"The public is ready for this. And we should make sure the economic benefit accrues to people in Mass, not just large corporations," said State Representative Stephen Kulik
As state lawmakers finalize the first draft of recreational marijuana regulations, some local farmers are betting that Franklin County will benefit from cannabis cultivation.
“We’re going to be doing something in South Deerfield,” said Jim Pasiecnik, owner of J.M. Pasiecnik Farms on River Road in Whately, referencing plans to build 100,000 square feet of greenhouses and possibly a marijuana cafe in South Deerfield’s industrial district by the end of 2018.
“I think it’s going to bring a lot of money into the region,” Pasiecnik said. He currently farms 1,200 acres throughout the region. “It’s a money maker. I want to get onto the bandwagon.”
Right now, cannabis is regulated by two laws: one for medical marijuana that was passed in 2012, another for recreational marijuana approved by state voters in 2016.
Draft regulations covering recreational use are expected to come out in the next few days, according to Dot Joyce, spokeswoman for the Cannabis Control Commission, an oversight entity molding regulations.
Following a public comment period, final laws will be signed by mid-March 2018 and applications for growing recreational marijuana will be accepted a month later. Finalized regulations will dictate whether or not small-scale farmers can feasibly cultivate marijuana. Many local and state leaders are hoping for the best.
“The public is ready for this. And we should make sure the economic benefit accrues to people in Mass.,” said state Rep. Stephen Kulik, a Democrat representing the 1st Franklin District. “We need to ensure — and I know it’s the legislative intent, carried on by the commission — that this is not just an economic opportunity for large corporations.”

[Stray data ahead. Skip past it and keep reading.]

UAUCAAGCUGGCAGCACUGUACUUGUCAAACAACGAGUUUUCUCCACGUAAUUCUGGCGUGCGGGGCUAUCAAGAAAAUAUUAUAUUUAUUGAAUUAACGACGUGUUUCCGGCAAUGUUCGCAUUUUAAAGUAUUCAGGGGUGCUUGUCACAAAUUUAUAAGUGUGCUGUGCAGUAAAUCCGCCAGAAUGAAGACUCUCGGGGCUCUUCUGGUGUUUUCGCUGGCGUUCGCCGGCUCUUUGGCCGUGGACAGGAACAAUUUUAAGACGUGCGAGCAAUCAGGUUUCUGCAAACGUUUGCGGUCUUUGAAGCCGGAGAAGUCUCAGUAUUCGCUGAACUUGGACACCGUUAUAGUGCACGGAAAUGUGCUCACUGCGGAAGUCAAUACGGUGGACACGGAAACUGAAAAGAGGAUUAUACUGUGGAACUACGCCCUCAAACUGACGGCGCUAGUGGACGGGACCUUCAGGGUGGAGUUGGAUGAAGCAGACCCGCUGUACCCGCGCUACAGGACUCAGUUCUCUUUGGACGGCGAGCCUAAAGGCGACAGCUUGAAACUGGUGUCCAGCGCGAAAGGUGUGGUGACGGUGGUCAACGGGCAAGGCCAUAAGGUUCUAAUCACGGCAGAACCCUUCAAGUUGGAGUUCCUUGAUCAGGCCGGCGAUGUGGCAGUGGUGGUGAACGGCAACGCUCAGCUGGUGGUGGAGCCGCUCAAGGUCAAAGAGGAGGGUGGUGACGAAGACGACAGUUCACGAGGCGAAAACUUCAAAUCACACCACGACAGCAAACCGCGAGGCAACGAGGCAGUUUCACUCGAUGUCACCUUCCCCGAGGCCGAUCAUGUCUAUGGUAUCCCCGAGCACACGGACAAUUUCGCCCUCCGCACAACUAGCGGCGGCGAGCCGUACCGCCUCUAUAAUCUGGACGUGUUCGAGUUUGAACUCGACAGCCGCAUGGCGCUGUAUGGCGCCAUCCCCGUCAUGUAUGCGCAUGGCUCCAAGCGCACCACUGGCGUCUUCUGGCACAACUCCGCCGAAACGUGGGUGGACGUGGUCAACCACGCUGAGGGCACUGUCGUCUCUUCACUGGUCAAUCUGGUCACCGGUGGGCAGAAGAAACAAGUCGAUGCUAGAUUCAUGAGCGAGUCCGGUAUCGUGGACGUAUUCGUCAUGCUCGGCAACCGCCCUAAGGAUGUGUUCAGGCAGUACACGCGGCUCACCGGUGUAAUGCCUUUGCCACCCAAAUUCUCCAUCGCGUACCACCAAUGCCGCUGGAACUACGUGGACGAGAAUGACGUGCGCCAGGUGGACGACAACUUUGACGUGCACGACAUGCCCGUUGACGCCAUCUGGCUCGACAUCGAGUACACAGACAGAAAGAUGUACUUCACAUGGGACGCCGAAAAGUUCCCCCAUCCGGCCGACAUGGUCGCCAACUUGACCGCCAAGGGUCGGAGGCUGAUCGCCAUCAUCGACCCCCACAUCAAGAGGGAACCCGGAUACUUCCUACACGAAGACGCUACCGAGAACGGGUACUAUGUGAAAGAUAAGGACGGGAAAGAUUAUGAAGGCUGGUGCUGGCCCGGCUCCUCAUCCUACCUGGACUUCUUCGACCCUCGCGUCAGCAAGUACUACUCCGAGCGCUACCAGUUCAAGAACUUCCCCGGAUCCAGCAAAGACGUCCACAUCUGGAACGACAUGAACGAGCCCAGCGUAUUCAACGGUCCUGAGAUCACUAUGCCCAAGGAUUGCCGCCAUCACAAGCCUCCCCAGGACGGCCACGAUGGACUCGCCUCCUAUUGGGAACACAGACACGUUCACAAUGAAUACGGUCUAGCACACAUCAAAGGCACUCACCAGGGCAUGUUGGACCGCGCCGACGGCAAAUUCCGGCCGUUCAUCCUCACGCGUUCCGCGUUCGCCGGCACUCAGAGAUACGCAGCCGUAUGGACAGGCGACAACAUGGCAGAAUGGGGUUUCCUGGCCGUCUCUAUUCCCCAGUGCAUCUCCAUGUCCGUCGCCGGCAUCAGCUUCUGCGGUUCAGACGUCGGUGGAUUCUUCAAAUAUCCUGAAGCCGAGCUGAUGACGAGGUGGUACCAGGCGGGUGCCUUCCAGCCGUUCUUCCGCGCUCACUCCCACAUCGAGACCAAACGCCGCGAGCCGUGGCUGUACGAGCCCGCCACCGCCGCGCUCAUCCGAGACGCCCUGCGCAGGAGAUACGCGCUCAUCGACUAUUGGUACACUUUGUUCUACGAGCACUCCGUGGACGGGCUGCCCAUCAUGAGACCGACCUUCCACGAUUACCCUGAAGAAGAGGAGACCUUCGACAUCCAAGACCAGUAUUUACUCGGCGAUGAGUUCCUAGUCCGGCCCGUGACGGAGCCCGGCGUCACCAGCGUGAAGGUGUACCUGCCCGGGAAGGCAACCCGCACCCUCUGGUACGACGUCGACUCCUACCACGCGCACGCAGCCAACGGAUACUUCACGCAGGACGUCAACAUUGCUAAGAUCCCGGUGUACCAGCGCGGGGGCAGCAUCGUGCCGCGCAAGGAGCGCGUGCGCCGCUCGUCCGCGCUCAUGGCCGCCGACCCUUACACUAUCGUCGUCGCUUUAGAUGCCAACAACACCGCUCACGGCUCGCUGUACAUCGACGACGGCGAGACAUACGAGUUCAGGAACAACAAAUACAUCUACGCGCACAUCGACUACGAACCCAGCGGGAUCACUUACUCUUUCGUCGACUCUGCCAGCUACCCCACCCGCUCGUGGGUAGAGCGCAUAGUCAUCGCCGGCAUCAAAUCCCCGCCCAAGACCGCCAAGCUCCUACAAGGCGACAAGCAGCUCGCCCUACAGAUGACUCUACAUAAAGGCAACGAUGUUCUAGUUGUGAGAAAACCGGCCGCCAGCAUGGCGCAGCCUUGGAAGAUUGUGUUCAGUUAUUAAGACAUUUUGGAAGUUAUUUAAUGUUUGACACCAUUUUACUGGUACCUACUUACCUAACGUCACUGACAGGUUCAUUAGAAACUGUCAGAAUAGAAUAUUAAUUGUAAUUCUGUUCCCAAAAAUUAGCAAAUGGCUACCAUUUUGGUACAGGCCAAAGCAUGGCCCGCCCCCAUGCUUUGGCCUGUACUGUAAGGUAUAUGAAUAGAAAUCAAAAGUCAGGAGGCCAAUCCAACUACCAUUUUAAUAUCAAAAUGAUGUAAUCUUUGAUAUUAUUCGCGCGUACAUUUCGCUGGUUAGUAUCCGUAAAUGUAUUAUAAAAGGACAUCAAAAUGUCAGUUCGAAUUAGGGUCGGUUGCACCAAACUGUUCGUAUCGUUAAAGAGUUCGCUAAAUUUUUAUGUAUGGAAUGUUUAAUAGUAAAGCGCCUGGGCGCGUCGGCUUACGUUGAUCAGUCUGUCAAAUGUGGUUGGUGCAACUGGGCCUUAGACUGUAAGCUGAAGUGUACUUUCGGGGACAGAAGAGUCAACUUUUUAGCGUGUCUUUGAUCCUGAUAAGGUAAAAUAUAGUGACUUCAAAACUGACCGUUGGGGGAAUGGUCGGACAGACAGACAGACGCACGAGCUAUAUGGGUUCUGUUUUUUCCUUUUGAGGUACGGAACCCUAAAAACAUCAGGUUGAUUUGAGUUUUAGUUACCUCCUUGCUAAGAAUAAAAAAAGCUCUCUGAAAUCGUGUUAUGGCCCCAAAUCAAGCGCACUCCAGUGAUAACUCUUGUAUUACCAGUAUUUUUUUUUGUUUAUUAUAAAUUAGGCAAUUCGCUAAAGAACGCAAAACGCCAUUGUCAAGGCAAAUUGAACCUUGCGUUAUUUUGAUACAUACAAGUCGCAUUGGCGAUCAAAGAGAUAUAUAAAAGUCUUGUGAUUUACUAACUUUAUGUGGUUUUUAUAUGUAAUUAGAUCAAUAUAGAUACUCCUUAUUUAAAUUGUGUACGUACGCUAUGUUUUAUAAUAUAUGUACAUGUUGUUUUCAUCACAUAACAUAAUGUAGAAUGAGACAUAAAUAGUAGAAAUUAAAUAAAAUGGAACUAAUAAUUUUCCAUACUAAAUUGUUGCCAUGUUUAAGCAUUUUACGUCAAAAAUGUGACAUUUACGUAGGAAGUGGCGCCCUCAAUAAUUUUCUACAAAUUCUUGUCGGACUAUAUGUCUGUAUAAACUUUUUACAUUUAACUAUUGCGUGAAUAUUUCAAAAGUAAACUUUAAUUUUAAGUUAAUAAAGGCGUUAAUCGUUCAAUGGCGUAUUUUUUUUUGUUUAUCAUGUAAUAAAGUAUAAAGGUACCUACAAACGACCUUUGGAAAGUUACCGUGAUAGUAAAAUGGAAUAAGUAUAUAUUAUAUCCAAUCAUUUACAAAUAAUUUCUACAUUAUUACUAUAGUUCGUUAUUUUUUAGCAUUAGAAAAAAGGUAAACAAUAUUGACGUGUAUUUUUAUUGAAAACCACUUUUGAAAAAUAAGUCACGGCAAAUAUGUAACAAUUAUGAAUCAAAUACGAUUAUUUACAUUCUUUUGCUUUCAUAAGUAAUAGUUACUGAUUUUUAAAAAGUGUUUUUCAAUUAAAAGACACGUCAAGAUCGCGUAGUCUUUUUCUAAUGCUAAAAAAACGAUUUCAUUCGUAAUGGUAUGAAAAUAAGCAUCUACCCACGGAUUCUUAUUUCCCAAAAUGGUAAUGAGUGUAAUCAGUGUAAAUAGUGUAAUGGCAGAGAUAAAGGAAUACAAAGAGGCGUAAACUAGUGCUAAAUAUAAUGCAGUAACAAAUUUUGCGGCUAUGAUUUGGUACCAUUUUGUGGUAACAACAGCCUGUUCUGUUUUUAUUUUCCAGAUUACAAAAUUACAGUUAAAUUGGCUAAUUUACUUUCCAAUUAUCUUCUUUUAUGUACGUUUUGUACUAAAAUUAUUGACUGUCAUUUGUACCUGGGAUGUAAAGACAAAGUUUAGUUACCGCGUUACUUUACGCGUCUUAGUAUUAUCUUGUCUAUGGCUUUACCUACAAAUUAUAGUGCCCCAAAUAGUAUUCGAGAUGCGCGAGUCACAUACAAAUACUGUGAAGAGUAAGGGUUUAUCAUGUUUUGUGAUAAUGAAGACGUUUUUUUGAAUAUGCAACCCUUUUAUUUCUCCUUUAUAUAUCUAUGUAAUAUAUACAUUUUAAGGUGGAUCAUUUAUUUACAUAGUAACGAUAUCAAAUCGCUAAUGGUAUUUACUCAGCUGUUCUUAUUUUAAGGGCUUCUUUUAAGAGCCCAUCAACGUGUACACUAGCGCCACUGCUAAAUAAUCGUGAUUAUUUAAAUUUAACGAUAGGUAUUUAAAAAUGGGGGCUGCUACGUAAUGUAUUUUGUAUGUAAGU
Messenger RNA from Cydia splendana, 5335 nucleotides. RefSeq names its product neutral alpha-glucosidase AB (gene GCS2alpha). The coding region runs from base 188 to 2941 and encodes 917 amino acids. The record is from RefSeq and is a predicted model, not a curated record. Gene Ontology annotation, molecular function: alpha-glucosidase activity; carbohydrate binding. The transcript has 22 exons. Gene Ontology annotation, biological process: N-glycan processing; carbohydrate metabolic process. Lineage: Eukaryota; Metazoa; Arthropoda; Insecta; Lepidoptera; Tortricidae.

Explaining cannabis laws
Medical marijuana falls under a strict law enacted in 2012. Every aspect of medical marijuana production, including cultivation and distribution, is controlled by one highly regulated permit. Further, medicinal cannabis plants must be grown in high security facilities with regulated pesticide use.
“The (laws) are complex, and require a large investment on the part of applicants,” said Michael D. Cutler, a Northampton lawyer who helped write the recreational marijuana legislation. Cutler estimated at least “a half million dollars in liquid assets” is required to even get started in the medical marijuana field.
Over the past five years, that monetary barrier has prevented farmers like Pasiecnik from cultivating cannabis even though they have the expertise and equipment. Instead, laws have prompted “a lot of high rollers to invest” and “purchase property in less expensive communities to get into the medical marijuana cultivation process,” Cutler said.
In contrast, recreational marijuana laws are expected to facilitate and possibly encourage smaller scale cultivation.